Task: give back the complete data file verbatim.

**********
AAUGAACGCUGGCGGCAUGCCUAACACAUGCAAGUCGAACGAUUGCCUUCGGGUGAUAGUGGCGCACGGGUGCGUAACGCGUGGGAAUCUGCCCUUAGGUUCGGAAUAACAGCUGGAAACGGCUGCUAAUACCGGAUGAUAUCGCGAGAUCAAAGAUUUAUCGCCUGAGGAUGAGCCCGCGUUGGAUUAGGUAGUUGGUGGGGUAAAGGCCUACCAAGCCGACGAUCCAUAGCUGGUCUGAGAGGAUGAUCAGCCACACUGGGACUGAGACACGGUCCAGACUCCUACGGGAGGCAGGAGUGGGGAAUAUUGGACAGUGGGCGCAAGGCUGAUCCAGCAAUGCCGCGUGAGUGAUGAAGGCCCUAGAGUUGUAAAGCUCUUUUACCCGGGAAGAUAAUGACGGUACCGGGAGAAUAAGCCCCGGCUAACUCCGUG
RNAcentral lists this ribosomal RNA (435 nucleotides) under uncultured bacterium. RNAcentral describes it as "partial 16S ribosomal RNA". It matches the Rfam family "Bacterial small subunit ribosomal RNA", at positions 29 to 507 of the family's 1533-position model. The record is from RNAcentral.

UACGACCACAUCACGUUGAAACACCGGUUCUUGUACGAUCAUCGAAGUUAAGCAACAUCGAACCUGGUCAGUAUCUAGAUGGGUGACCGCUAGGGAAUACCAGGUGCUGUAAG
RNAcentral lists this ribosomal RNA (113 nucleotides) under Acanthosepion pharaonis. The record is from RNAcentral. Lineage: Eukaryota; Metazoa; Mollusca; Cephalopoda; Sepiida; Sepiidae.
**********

AAUGAACGCUGGCGGCAUGCCUAACACAUGCAAGUCGAACGAUUGCCUUCGGGUGAUAGUGGCGCACGGGUGCGUAACGCGUGGGAAUCUGCCCUUAGGUUCGGAAUAACAGCUGGAAACGGCUGCUAAUACCGGAUGAUAUCGCGAGAUCAAAGAUUUAUCGCCUGAGGAUGAGCCCGCGUUGGAUUAGGUAGUUGGUGGGGUAAAGGCCUACCAAGCCGACGAUCCAUAGCUGGUCUGAGAGGAUGAUCAGCCACACUGGGACUGAGACACGGUCCAGACUCCUACGGGAGGCAGGAGUGGGGAAUAUUGGACAGUGGGCGCAAGGCUGAUCCAGCAAUGCCGCGUGAGUGAUGAAGGCCCUAGAGUUGUAAAGCUCUUUUACCCGGGAAGAUAAUGACGGUACCGGGAGAAUAAGCCCCGGCUAACUCCGUG
RNAcentral lists this ribosomal RNA (435 nucleotides) under uncultured bacterium. RNAcentral describes it as "partial 16S ribosomal RNA". It matches the Rfam family "Bacterial small subunit ribosomal RNA", at positions 29 to 507 of the family's 1533-position model. The record is from RNAcentral.

UACGACCACAUCACGUUGAAACACCGGUUCUUGUACGAUCAUCGAAGUUAAGCAACAUCGAACCUGGUCAGUAUCUAGAUGGGUGACCGCUAGGGAAUACCAGGUGCUGUAAG
RNAcentral lists this ribosomal RNA (113 nucleotides) under Acanthosepion pharaonis. The record is from RNAcentral. Lineage: Eukaryota; Metazoa; Mollusca; Cephalopoda; Sepiida; Sepiidae.